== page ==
Wednesday, May 22, 2013

white, dripping, and confused - red, dead, and open - Rilke witnesses the birth of Venus

Maybe I should put a warning label on this post.  Graphic Poetic Content.

I guess “The Birth of Venus,” another of Rilke’s New Poems, counts as a story.  It is a mythological event, it has a character.  It allows Rilke to be almost purely descriptive, though.  First, the birth:

In the morning after that night which fearfully
had passed in outcry, tumult, uproar, -
the sea split open once again and screamed.
And as the sea slowly closed up
and from the sky’s pale light and brightness
fell back into the fishes’ chasm –:
the sea gave birth.

Two characters, then, the newborn Venus ("white, dripping, and confused"), and the sea, who is given all of the trauma of childbirth.  The next seven stanzas do nothing but look at Venus, who is nude and described with a physical, sexual language, mitigated by the distance of metaphor:

Beneath [the navel] the small wave rose lightly
and lapped continuously toward the loins,
where now and then there was a silent ripple.

Much of this seems to describe the concept of Venus more than the character, but of course this is myth, so the birth of the person is the birth of the concept.

I find some of the metaphors close to ridiculous, but they maintain a connection to the sea, the wind, and perhaps the zodiac.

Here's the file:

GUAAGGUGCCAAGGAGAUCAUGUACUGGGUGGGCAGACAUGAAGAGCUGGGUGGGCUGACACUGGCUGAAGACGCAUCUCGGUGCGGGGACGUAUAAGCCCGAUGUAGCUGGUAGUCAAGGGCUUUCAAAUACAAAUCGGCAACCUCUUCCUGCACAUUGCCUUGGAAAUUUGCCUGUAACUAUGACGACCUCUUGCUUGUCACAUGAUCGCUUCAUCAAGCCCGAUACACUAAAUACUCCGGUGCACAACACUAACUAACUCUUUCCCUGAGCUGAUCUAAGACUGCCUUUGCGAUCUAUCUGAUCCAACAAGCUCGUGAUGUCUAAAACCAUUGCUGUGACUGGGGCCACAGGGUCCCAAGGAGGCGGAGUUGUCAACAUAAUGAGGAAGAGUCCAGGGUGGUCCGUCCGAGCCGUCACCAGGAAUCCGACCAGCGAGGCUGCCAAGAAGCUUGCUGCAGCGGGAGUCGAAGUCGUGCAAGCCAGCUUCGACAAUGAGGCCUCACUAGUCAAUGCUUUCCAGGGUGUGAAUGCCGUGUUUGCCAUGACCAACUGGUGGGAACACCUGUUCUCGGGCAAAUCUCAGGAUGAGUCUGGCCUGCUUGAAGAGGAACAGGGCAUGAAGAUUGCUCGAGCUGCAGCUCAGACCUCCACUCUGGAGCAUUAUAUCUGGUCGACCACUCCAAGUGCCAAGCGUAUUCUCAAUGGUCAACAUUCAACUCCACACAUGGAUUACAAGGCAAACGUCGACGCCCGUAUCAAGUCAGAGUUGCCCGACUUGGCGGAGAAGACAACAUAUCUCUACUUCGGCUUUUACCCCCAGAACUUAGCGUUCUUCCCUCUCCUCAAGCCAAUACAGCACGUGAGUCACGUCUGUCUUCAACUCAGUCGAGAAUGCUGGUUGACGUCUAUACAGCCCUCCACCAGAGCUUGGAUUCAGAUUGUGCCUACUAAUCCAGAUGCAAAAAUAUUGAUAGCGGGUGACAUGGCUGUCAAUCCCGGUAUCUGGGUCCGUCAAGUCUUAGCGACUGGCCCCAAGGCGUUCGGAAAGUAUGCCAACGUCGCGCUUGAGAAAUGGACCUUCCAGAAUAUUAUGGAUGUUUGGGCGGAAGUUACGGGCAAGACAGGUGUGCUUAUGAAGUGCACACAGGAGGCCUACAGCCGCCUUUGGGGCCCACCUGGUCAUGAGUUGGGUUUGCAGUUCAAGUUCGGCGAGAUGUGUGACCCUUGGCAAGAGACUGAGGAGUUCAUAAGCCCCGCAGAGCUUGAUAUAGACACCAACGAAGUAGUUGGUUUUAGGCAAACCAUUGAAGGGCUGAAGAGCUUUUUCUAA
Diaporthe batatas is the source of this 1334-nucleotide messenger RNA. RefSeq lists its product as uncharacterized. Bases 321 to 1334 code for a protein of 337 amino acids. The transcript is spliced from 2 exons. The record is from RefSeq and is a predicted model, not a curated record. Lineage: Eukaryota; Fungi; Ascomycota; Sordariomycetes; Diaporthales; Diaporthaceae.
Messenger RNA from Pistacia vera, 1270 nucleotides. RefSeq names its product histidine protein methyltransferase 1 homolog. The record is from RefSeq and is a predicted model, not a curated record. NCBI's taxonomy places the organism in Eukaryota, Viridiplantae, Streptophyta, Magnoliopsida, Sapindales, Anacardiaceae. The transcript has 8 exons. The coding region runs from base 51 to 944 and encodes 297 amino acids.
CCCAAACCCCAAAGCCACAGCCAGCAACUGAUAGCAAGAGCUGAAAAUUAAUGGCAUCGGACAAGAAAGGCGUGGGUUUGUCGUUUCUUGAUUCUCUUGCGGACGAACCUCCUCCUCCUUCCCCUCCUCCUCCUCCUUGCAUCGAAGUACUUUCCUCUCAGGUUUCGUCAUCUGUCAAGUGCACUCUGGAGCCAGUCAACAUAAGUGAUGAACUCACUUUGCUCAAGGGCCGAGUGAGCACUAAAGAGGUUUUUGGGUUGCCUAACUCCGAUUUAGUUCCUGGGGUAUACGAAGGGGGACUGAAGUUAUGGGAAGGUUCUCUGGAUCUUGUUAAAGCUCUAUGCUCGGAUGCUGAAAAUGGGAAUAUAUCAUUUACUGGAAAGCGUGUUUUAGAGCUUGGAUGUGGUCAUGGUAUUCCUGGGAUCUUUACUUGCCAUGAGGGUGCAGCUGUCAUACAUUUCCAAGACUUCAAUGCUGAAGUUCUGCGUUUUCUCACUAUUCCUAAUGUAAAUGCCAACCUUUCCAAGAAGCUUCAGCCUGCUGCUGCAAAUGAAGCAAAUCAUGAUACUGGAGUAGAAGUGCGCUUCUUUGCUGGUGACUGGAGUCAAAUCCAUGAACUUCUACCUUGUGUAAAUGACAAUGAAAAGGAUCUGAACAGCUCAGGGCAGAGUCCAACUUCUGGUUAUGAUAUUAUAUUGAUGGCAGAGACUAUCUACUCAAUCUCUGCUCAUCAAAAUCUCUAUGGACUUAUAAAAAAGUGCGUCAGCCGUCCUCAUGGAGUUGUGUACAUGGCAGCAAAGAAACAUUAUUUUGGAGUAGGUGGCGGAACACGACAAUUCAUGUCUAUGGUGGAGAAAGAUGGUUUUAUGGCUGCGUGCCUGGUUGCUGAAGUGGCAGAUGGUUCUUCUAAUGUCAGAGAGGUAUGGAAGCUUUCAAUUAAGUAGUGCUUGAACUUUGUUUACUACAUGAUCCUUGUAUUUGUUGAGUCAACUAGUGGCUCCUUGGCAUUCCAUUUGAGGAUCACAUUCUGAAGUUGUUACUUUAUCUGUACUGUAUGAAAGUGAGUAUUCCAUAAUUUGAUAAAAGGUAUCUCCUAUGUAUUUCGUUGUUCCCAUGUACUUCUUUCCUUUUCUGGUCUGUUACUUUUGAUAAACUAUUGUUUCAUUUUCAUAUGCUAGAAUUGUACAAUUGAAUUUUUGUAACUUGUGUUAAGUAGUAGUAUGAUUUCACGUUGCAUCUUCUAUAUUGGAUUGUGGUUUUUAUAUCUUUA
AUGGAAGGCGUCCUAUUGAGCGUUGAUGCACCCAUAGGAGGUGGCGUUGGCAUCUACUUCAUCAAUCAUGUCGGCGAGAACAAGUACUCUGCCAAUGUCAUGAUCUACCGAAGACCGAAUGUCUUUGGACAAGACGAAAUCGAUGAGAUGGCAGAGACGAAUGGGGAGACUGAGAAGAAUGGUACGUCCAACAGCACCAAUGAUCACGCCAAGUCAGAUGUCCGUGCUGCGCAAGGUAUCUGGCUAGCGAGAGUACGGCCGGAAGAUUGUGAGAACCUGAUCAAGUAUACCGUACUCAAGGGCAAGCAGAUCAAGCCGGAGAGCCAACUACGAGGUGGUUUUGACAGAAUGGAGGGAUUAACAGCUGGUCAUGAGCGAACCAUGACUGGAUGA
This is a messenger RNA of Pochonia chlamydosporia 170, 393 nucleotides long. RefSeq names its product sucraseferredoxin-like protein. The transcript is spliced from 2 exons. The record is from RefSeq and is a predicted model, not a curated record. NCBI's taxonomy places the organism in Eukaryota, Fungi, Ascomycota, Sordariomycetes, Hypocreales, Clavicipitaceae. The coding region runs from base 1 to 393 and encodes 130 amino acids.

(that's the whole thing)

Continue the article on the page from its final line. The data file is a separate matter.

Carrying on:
Now the shoulder’s quick scales already stood
in perfect balance on the upright body,
which rose from the pelvis like a fountain
and fell hesitantly in the long arms
and more swiftly in the hair’s cascade.

The zodiac business is just a guess – Libra and Aquarius are here, with Virgo presumably implied.  I do not see how all of twelve symbols are present in the poem, though, and have no knowledge about how different signs interact with each other.  A wild swing, is what this is, an attempt to stuff fit those metaphors into a system.

Here is the end of the poem, when Rilke finally sets Venus, and the world, in motion:

Behind her,
as she strode swiftly on across the young sands,
all morning long the flowers and grasses
sprang up, warm, confused,
as from embracing.  And she walked and ran.

But at noon, in the heaviest hour,
the sea rose up once more and threw
a dolphin on that selfsame spot.
Dead, red, and open.  [Tot, rot, und offen.]

Kind of a surprise ending there, huh?  Mother sea delivers the placenta of Venus:  primal, violent, horrible.  Yet natural, as natural as the grass and flowers lusting after the new goddess.  Venus walks the earth.  There is no turning back.


  1. Good point Tom about the primal and violent nature of these lines. I find the raw celebration of procreation here a refreshing change from the usual romantic ruminations on this subject.

  2. I suspect that some of Rilke's aesthetic strategies were meant to wrestle with, to contain his deep Romanticism. How to get outside of himself, that was the question.